Six-nation talks on North Korea's nuclear programs are set to go into a fourth day Saturday, after delegates reported some progress in their bid to settle the 18-month-old dispute. However, serious differences remain as all sides work to find a common ground.
Efforts going into the fourth day of talks focused on the forging of a possible joint communique - a difficult task considering the major differences that remained between North Korea and the United States at the end of the day Friday.
China, which is hosting the talks, is eager for success, and has been playing up what it characterizes as progress on all sides. On Friday, however, officials admitted that the talks were not going altogether smoothly.
Liu Jianchao, a member of the Chinese delegation, said gaps between the various parties are gradually narrowing. But, he said, it is still an "objective fact" that there are differences.
Wang Yi, the head of the Chinese delegation, was quoted by the Chinese Foreign Ministry as saying the talks had encountered "differences, difficulties and contradictions."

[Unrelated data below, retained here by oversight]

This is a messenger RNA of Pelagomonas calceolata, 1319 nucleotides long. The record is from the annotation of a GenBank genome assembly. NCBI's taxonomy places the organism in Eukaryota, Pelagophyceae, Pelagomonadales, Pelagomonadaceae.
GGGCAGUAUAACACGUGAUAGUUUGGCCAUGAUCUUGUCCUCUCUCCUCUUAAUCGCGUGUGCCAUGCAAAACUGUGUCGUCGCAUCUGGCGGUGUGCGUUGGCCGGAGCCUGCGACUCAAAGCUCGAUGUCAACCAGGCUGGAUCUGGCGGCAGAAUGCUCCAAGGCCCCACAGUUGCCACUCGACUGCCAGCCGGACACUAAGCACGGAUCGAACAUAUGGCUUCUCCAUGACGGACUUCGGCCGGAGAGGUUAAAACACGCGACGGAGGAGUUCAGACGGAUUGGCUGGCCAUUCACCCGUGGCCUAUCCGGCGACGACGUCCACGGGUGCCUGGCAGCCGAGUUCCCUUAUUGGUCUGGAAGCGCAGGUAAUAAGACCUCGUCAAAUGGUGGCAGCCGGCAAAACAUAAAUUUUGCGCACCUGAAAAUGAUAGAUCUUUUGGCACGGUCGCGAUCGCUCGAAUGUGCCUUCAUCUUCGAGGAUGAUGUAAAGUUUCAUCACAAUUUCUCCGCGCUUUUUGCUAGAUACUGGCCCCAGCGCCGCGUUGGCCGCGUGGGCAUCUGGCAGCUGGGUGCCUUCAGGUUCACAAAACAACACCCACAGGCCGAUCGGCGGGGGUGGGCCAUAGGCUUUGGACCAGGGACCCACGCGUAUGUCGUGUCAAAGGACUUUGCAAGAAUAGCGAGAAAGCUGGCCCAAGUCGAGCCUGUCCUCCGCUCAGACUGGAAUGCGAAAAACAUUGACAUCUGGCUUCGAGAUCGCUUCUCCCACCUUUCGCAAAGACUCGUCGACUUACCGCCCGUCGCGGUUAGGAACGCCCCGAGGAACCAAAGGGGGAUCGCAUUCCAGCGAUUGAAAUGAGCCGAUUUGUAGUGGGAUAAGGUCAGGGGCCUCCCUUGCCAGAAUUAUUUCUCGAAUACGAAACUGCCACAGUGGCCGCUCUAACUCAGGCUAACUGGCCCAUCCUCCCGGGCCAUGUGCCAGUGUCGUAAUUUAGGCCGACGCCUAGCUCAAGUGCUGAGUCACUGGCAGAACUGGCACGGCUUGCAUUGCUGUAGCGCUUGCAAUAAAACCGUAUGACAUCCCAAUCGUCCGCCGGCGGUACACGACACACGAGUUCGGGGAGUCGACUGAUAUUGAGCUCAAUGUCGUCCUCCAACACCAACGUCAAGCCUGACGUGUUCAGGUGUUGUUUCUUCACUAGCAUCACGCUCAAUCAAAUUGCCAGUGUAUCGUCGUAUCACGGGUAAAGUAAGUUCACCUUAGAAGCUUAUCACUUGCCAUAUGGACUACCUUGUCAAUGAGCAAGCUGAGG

Neither North Korea nor the United States appeared to budge on its main position.
North Korea has offered to freeze its nuclear programs in exchange for economic compensation and security guarantees. The United States has remained firm in its demand for North Korea's "complete, verifiable and irreversible" dismantling of its nuclear programs before it will enter discussions on aid.
Some had expected the talks to wrap up on Friday. Word that negotiations would be extended through at least Saturday raised hopes among some observers, who said the extra time would give all sides more opportunity to work on resolving their differences.
However - much like during the first round of inconclusive talks in August - no one expects a concrete solution from these negotiations. Aside from a possible joint statement outlining common principles, analysts say what is likely to emerge is the creation of a mechanism for continuing negotiations on a regular basis.
Professor Xue Mouhong directs the Institute of International Studies at Beijing's Tsinghua University. He says establishing such a mechanism is an important first step toward resolving the crisis.
"In this conference, many problems have been patched and there have been deeper discussions," he said. "It's rather difficult to reach an agreement concretely in a conference. So, with a joint declaration, I think that's progress."
U.S. officials on Friday said they were prepared to stay at the talks as long as necessary.